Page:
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Communication major recognized as fall 2021 Dean's Medalist

Arianna Ruth

December 10, 2021

Editor's note: This story is part of a series of profiles of notable fall 2021 graduates.

Arianna Ruth, who hails from Tempe, Arizona, has dedicated her time and efforts to not only do well in her classes (she is graduating this month with a 4.0 GPA) but is also utilizing her communication skills outside the classroom through her job, internship, philanthropy and civic engagement.

In recognition of her work both inside and outside the classroom, Ruth has been named The College of Liberal Arts and Sciences Fall 2021 Dean’s Medalist for the Hugh Downs School of Human Communication. She is receiving a bachelor's degree in communication and a minor in women and gender studies.

“Using the theory and skills I’ve learned as a communication major, I’ve had great success networking, building lifelong relationships with the people I have met along the way, maintaining the closeness I have with my family and navigating my way through my future career steps,” Ruth said.

In addition to her coursework, Ruth says the Hugh Downs School also provided her with career-related experience through an internship with Cable One.

“My summer internship was fun and successful,” Ruth said. “My communication skills were highly relevant in my position in human resources. I completed 376 working internship hours and walked away with new insight and excitement about HR, confidence in myself, and a mentor and company who would love to hire me on upon graduation.”

Ruth also held a position at retailer Kendra Scott for four years. This experience allowed her to exercise the three company pillars she takes pride in family, fashion and philanthropy.

“Working at Kendra Scott has not only been a job but also a passion of mine. I enjoy collaborating with a close-knit team, helping and empowering women, and partnering with outside organizations to put on events that raise money for a cause.”

Ruth has helped raise money for causes such as metastatic breast cancer, Phoenix Children’s Hospital, the American Heart Association, Folds of Honor and COVID-19 response. She has also volunteered at nonprofit organizations such as Jose’s Closet, Feed My Starving Children, The Boys and Girls Club, and Liberty Arts Academy.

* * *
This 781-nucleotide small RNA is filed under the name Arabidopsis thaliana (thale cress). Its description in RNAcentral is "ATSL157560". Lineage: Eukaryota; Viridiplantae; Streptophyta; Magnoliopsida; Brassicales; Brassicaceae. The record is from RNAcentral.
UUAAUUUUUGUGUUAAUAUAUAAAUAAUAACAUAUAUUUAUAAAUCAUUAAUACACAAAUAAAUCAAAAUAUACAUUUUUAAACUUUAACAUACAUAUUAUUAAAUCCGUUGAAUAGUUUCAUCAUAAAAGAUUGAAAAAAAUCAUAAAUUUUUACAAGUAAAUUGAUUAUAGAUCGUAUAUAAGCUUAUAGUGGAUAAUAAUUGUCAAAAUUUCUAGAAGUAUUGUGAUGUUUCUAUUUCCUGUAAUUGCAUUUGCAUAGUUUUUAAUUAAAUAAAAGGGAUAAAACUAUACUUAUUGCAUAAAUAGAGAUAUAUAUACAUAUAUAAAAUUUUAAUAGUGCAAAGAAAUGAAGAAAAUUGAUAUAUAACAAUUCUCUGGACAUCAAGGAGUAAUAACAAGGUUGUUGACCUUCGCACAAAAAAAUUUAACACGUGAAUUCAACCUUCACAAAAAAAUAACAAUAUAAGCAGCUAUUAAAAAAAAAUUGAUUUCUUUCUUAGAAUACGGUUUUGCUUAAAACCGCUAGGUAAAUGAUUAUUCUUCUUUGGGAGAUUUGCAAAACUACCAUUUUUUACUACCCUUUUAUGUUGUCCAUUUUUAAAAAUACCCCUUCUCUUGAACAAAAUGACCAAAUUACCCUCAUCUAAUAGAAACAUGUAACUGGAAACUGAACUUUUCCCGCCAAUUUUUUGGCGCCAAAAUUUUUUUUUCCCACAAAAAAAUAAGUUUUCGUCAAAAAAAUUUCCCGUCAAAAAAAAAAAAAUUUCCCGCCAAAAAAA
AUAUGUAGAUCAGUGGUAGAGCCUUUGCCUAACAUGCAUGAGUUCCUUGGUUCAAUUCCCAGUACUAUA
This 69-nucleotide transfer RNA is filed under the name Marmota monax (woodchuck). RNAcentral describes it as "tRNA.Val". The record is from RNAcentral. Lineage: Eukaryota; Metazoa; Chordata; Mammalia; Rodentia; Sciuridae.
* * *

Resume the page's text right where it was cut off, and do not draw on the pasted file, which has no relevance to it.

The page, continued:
Ruth adds that her minor in women and gender studies has made her more socially aware and helped bring issues of injustice, in a variety of contexts, to her attention.

Arianna Ruth at a Liberty Arts Academy fundraiser

Arianna Ruth with fellow volunteers at a Liberty Arts Academy Fall Festival in Mesa.

“I have become able to understand and reflect on my standpoint more deeply as a woman of color in America. I've also become even more proud of who I am and what I believe in. For this reason, I've made it a priority to attend BLM protests and the recent women's marches, and to educate myself, and others, when I can.”

We caught up with her to talk about her time at Arizona State University.

Question: What was your “aha” moment, when you realized you wanted to study communication?

Answer: After taking my first communication class! I was interested in what I was learning and found that I could relate what I was learning to my own life.

Q: What’s something you learned while at ASU — in the classroom or otherwise — that surprised you that changed your perspective?

A: I learned that I often underestimate myself and that I’m usually capable of way more than I think!

Q: Why did you choose ASU? 

A: I love Arizona and I wanted to stay close to home. ASU was the obvious choice!

Q: What’s the best piece of advice you’d give to those still in school?

A: Don’t follow a path just because it is what is expected of you or what someone else wants you to do. Be bold; do what inspires you.

Q: What was your favorite spot on campus, whether for studying, meeting friends or just thinking about life?

A: Starbucks, always.

Q: What are your plans after graduation?

A: I landed a job and will be working, pursuing creative projects on the side, and living my best life!

Q: If someone gave you $40 million to solve one problem on our planet, what would you tackle?

A: I would tackle mental illness and mental health. As someone who took time off from school to recover from an eating disorder, these issues are very close to my heart.

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